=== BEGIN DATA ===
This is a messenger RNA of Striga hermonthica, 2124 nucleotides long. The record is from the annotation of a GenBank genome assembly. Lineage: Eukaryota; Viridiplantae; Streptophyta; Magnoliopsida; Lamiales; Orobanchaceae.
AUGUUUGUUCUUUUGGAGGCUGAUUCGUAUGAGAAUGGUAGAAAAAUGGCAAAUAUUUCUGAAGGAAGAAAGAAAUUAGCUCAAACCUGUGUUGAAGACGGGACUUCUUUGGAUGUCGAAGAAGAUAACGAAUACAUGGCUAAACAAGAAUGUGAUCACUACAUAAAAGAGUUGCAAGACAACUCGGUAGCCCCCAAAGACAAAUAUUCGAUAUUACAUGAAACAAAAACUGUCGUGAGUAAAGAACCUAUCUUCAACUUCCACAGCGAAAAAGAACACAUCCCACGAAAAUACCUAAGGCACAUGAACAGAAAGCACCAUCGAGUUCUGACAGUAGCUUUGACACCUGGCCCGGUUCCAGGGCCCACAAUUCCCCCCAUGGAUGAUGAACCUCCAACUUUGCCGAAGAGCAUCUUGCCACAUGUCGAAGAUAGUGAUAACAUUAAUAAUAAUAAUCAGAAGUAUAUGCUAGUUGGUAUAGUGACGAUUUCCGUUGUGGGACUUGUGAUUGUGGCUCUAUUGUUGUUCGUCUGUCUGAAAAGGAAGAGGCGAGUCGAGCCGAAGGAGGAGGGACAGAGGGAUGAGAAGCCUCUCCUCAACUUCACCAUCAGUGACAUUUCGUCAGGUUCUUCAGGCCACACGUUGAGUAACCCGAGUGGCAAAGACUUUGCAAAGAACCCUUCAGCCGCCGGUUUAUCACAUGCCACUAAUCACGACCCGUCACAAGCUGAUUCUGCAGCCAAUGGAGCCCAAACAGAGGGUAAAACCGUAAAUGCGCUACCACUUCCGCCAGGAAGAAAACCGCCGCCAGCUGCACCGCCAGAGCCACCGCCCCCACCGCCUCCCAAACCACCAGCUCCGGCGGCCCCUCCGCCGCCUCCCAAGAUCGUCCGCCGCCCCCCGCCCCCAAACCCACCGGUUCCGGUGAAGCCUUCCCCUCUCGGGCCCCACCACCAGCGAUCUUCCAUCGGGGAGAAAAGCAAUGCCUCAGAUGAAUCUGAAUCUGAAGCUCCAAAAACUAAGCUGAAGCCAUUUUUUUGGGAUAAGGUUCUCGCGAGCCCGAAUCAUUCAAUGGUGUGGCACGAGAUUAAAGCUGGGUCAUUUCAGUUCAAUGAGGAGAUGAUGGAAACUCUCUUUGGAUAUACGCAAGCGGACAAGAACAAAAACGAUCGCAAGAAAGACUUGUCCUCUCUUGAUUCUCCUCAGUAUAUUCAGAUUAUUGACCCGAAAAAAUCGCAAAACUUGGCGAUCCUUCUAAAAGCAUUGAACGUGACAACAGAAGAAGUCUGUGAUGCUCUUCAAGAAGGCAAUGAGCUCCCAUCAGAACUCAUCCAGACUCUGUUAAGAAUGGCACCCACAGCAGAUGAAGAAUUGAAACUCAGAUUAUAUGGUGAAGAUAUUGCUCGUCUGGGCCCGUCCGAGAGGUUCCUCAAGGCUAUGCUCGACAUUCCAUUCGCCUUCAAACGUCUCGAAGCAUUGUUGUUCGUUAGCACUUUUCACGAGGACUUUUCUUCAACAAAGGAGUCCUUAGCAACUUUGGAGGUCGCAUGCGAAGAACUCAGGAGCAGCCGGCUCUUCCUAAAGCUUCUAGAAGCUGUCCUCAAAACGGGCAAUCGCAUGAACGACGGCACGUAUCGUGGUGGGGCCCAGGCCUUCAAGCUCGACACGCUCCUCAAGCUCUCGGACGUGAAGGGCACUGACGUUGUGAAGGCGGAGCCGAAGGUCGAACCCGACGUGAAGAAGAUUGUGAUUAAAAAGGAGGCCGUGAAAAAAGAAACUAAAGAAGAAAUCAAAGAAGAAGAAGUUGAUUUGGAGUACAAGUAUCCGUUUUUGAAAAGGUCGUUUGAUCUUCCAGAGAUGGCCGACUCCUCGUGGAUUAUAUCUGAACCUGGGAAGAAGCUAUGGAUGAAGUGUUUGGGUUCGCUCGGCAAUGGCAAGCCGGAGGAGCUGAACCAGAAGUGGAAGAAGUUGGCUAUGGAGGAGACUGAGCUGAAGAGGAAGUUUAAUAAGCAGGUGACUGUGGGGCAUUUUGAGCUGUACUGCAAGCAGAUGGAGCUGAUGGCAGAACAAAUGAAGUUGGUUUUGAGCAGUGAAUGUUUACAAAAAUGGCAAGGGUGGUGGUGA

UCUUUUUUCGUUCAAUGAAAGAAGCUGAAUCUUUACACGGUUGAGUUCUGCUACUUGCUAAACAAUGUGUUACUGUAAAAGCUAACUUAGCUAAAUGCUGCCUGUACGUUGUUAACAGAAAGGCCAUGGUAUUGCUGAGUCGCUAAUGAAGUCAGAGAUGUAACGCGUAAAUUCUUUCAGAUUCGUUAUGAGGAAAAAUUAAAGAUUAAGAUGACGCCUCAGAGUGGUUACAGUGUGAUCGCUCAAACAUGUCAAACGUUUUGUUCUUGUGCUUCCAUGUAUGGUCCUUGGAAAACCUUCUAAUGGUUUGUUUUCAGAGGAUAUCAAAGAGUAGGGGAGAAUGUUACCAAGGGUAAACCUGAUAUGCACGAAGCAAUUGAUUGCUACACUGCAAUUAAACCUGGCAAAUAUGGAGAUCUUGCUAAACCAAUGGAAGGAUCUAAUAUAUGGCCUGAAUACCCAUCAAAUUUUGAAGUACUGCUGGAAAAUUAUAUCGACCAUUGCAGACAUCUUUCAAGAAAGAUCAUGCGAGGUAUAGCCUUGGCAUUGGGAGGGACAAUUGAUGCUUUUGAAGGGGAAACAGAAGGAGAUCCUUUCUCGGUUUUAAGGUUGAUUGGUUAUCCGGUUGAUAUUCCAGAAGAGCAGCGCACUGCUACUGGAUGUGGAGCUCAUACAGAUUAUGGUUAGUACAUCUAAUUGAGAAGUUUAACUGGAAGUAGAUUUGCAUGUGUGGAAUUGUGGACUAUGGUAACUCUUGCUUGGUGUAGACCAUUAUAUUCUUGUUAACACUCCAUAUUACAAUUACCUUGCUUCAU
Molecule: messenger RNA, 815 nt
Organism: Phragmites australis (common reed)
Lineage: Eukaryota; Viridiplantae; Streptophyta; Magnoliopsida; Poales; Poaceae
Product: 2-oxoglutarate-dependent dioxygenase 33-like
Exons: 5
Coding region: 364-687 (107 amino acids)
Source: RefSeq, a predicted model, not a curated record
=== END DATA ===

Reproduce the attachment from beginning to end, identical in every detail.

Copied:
This is a messenger RNA of Striga hermonthica, 2124 nucleotides long. The record is from the annotation of a GenBank genome assembly. Lineage: Eukaryota; Viridiplantae; Streptophyta; Magnoliopsida; Lamiales; Orobanchaceae.
AUGUUUGUUCUUUUGGAGGCUGAUUCGUAUGAGAAUGGUAGAAAAAUGGCAAAUAUUUCUGAAGGAAGAAAGAAAUUAGCUCAAACCUGUGUUGAAGACGGGACUUCUUUGGAUGUCGAAGAAGAUAACGAAUACAUGGCUAAACAAGAAUGUGAUCACUACAUAAAAGAGUUGCAAGACAACUCGGUAGCCCCCAAAGACAAAUAUUCGAUAUUACAUGAAACAAAAACUGUCGUGAGUAAAGAACCUAUCUUCAACUUCCACAGCGAAAAAGAACACAUCCCACGAAAAUACCUAAGGCACAUGAACAGAAAGCACCAUCGAGUUCUGACAGUAGCUUUGACACCUGGCCCGGUUCCAGGGCCCACAAUUCCCCCCAUGGAUGAUGAACCUCCAACUUUGCCGAAGAGCAUCUUGCCACAUGUCGAAGAUAGUGAUAACAUUAAUAAUAAUAAUCAGAAGUAUAUGCUAGUUGGUAUAGUGACGAUUUCCGUUGUGGGACUUGUGAUUGUGGCUCUAUUGUUGUUCGUCUGUCUGAAAAGGAAGAGGCGAGUCGAGCCGAAGGAGGAGGGACAGAGGGAUGAGAAGCCUCUCCUCAACUUCACCAUCAGUGACAUUUCGUCAGGUUCUUCAGGCCACACGUUGAGUAACCCGAGUGGCAAAGACUUUGCAAAGAACCCUUCAGCCGCCGGUUUAUCACAUGCCACUAAUCACGACCCGUCACAAGCUGAUUCUGCAGCCAAUGGAGCCCAAACAGAGGGUAAAACCGUAAAUGCGCUACCACUUCCGCCAGGAAGAAAACCGCCGCCAGCUGCACCGCCAGAGCCACCGCCCCCACCGCCUCCCAAACCACCAGCUCCGGCGGCCCCUCCGCCGCCUCCCAAGAUCGUCCGCCGCCCCCCGCCCCCAAACCCACCGGUUCCGGUGAAGCCUUCCCCUCUCGGGCCCCACCACCAGCGAUCUUCCAUCGGGGAGAAAAGCAAUGCCUCAGAUGAAUCUGAAUCUGAAGCUCCAAAAACUAAGCUGAAGCCAUUUUUUUGGGAUAAGGUUCUCGCGAGCCCGAAUCAUUCAAUGGUGUGGCACGAGAUUAAAGCUGGGUCAUUUCAGUUCAAUGAGGAGAUGAUGGAAACUCUCUUUGGAUAUACGCAAGCGGACAAGAACAAAAACGAUCGCAAGAAAGACUUGUCCUCUCUUGAUUCUCCUCAGUAUAUUCAGAUUAUUGACCCGAAAAAAUCGCAAAACUUGGCGAUCCUUCUAAAAGCAUUGAACGUGACAACAGAAGAAGUCUGUGAUGCUCUUCAAGAAGGCAAUGAGCUCCCAUCAGAACUCAUCCAGACUCUGUUAAGAAUGGCACCCACAGCAGAUGAAGAAUUGAAACUCAGAUUAUAUGGUGAAGAUAUUGCUCGUCUGGGCCCGUCCGAGAGGUUCCUCAAGGCUAUGCUCGACAUUCCAUUCGCCUUCAAACGUCUCGAAGCAUUGUUGUUCGUUAGCACUUUUCACGAGGACUUUUCUUCAACAAAGGAGUCCUUAGCAACUUUGGAGGUCGCAUGCGAAGAACUCAGGAGCAGCCGGCUCUUCCUAAAGCUUCUAGAAGCUGUCCUCAAAACGGGCAAUCGCAUGAACGACGGCACGUAUCGUGGUGGGGCCCAGGCCUUCAAGCUCGACACGCUCCUCAAGCUCUCGGACGUGAAGGGCACUGACGUUGUGAAGGCGGAGCCGAAGGUCGAACCCGACGUGAAGAAGAUUGUGAUUAAAAAGGAGGCCGUGAAAAAAGAAACUAAAGAAGAAAUCAAAGAAGAAGAAGUUGAUUUGGAGUACAAGUAUCCGUUUUUGAAAAGGUCGUUUGAUCUUCCAGAGAUGGCCGACUCCUCGUGGAUUAUAUCUGAACCUGGGAAGAAGCUAUGGAUGAAGUGUUUGGGUUCGCUCGGCAAUGGCAAGCCGGAGGAGCUGAACCAGAAGUGGAAGAAGUUGGCUAUGGAGGAGACUGAGCUGAAGAGGAAGUUUAAUAAGCAGGUGACUGUGGGGCAUUUUGAGCUGUACUGCAAGCAGAUGGAGCUGAUGGCAGAACAAAUGAAGUUGGUUUUGAGCAGUGAAUGUUUACAAAAAUGGCAAGGGUGGUGGUGA

UCUUUUUUCGUUCAAUGAAAGAAGCUGAAUCUUUACACGGUUGAGUUCUGCUACUUGCUAAACAAUGUGUUACUGUAAAAGCUAACUUAGCUAAAUGCUGCCUGUACGUUGUUAACAGAAAGGCCAUGGUAUUGCUGAGUCGCUAAUGAAGUCAGAGAUGUAACGCGUAAAUUCUUUCAGAUUCGUUAUGAGGAAAAAUUAAAGAUUAAGAUGACGCCUCAGAGUGGUUACAGUGUGAUCGCUCAAACAUGUCAAACGUUUUGUUCUUGUGCUUCCAUGUAUGGUCCUUGGAAAACCUUCUAAUGGUUUGUUUUCAGAGGAUAUCAAAGAGUAGGGGAGAAUGUUACCAAGGGUAAACCUGAUAUGCACGAAGCAAUUGAUUGCUACACUGCAAUUAAACCUGGCAAAUAUGGAGAUCUUGCUAAACCAAUGGAAGGAUCUAAUAUAUGGCCUGAAUACCCAUCAAAUUUUGAAGUACUGCUGGAAAAUUAUAUCGACCAUUGCAGACAUCUUUCAAGAAAGAUCAUGCGAGGUAUAGCCUUGGCAUUGGGAGGGACAAUUGAUGCUUUUGAAGGGGAAACAGAAGGAGAUCCUUUCUCGGUUUUAAGGUUGAUUGGUUAUCCGGUUGAUAUUCCAGAAGAGCAGCGCACUGCUACUGGAUGUGGAGCUCAUACAGAUUAUGGUUAGUACAUCUAAUUGAGAAGUUUAACUGGAAGUAGAUUUGCAUGUGUGGAAUUGUGGACUAUGGUAACUCUUGCUUGGUGUAGACCAUUAUAUUCUUGUUAACACUCCAUAUUACAAUUACCUUGCUUCAU
Molecule: messenger RNA, 815 nt
Organism: Phragmites australis (common reed)
Lineage: Eukaryota; Viridiplantae; Streptophyta; Magnoliopsida; Poales; Poaceae
Product: 2-oxoglutarate-dependent dioxygenase 33-like
Exons: 5
Coding region: 364-687 (107 amino acids)
Source: RefSeq, a predicted model, not a curated record